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Basic Information

Mars, the Red Planet is the fourth closest planet to the Sun in our solar system, lying between Earth and Jupiter. It is 34 million miles from Earth. The orbits of the two planets means that the best opportunity for a short trip to Mars from Earth happens once every two years. Even then, with our current technology, it takes about 7 months to cross the gap.

Mars is a Terrestrial Planet with an Iron core. In fact, Iron is one of the most common elements found on Mars. Rusting iron colors the rocks, the dust, even the atmosphere, and gives Mars the nickname "The Red Planet".

Climate, Weather, and Water

Ice has been found on Mars at poles, and also just beneath the surface. The polar caps are made of Dry Ice. Water ice exists in the Martian Permafrost, and thus probably in Aquifers. Images from one of the craters now show what appears to have been some water flow within recent years - but that that flow quickly evaporated. Mars has a very thin atmosphere, and is extremely cold. The combination of no pressure and cold temperature means that liquid water can only exist for brief moments of time and only in certain situations. Typically, the ice turns straight to gas without ever becoming a liquid, via a process called Sublimation (chemistry). In order for liquid water to exist for more than a few moments on Mars' surface, it would need a thicker atmosphere. However, because Mars has a very minimal magnetic field, it's atmosphere is regularly blasted away by Coronal Mass Ejections from the Sun. This makes Terraforming Mars a complicated proposition.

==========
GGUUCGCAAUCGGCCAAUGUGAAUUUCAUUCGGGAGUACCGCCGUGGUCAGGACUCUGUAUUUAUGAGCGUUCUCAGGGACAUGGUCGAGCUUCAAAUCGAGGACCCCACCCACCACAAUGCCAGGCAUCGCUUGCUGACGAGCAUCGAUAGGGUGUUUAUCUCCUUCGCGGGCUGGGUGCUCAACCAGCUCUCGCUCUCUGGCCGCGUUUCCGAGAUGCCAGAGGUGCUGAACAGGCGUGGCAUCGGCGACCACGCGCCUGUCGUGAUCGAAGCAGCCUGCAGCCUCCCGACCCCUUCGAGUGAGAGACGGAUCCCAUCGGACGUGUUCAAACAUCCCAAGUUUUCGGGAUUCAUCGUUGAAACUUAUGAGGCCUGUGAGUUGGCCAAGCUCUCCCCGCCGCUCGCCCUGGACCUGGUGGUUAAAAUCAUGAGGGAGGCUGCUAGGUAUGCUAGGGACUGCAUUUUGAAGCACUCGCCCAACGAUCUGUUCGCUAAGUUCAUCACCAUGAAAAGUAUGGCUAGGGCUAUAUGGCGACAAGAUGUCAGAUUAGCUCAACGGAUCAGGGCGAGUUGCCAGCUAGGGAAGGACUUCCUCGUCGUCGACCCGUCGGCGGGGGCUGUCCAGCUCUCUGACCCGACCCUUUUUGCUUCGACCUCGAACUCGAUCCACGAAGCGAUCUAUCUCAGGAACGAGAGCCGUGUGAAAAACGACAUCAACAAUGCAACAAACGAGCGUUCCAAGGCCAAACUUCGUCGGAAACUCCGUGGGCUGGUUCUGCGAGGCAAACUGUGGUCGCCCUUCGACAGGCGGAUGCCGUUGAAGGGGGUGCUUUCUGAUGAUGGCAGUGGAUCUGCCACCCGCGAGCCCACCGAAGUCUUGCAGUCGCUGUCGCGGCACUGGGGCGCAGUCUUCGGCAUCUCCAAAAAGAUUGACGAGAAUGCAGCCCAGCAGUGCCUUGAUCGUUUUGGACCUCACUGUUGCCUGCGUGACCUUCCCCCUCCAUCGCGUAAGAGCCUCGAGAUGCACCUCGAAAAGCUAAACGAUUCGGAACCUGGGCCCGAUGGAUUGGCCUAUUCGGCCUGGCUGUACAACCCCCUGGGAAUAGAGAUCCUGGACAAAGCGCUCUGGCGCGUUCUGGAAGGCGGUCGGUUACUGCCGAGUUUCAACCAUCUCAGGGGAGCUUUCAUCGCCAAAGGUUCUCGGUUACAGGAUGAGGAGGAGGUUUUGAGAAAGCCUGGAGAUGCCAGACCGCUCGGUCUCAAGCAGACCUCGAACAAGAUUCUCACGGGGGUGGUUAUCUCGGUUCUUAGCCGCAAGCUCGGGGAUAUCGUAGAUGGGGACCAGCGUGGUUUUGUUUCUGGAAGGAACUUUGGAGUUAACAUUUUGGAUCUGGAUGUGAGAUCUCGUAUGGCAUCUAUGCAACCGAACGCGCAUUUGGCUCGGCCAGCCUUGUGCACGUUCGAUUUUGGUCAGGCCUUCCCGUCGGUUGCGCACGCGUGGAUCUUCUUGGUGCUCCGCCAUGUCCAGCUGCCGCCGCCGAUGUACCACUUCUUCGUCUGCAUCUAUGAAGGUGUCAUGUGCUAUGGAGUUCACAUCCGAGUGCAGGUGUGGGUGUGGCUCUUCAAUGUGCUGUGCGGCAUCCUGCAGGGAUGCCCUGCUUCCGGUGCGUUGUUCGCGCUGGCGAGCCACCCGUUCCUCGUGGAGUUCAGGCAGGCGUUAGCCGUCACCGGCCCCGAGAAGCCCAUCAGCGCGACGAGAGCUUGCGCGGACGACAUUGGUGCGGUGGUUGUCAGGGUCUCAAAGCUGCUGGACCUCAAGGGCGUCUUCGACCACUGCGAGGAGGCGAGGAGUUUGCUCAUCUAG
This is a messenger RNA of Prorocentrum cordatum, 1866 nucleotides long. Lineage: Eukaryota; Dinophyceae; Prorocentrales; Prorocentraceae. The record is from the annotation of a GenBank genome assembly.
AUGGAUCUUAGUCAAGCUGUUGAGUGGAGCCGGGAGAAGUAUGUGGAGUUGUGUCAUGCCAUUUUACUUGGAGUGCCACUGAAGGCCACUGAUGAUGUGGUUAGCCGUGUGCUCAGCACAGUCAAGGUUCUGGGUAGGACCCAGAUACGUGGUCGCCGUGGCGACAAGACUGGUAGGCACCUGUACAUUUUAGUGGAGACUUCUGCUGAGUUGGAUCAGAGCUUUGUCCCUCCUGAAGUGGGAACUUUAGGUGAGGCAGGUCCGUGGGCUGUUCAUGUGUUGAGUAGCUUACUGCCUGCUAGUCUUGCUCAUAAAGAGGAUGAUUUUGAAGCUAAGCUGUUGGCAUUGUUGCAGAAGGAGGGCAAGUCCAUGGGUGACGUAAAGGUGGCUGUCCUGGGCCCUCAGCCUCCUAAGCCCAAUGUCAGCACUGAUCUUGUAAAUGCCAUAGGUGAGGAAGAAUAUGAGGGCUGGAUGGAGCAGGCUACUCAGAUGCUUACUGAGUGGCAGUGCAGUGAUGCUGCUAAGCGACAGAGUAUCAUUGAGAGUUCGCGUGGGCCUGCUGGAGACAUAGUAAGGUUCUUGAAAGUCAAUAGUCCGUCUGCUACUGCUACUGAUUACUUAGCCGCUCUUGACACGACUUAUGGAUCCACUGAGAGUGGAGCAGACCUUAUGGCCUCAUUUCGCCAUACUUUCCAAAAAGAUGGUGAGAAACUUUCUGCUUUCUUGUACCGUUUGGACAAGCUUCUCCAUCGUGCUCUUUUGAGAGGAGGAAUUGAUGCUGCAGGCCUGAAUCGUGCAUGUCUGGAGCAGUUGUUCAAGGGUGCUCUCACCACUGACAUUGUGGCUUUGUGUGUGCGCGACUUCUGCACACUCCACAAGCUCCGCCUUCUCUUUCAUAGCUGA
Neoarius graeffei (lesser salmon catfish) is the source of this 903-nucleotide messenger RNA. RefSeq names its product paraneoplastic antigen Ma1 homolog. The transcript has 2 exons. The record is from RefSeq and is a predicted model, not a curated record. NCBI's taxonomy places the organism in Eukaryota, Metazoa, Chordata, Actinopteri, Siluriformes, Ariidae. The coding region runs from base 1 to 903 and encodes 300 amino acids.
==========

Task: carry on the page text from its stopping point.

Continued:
The temperature of Mars can get as low as -100oF at night. The clouds are mostly composed of Carbon Dioxide. Windstorms are frequent, including Dust Devils that race across the surface.

Notable Regions, Features, and Satellites:

Mars is much smaller than earth, but has geological features that dwarf those on Earth.

Man-Made Objects on Mars

Objects Origin Arrival
Mars 2 and Mars 3 USSR 1971
Mars 6 USSR 1973
Viking 1 & Viking 2 landers United States 1976
Mars Pathfinder lander & Sojourner (rover) United States 1997
Mars Climate Orbiter, Mars Polar Lander & Deep Space 2 United States 1999
Beagle 2 (mission lost, landing status unknown) UK / ESA 2003
Spirit rover (MER-A) and Opportunity rover (MER-B) United States 2004
Phoenix (spacecraft) United States 2008

See Also:


3. NonFiction TV: The Universe from The History Channel

Game and Story Use

  • Given the Face On Mars (and other features in the Cydonia region), and the presence of ice/water (that was detected and acknowledge by the ESA several years before NASA's Phoenix Mars Lander found it), it's a natural for any game with conspiracy theories.
  • It's also the likely site of our likely first colony on another planet.
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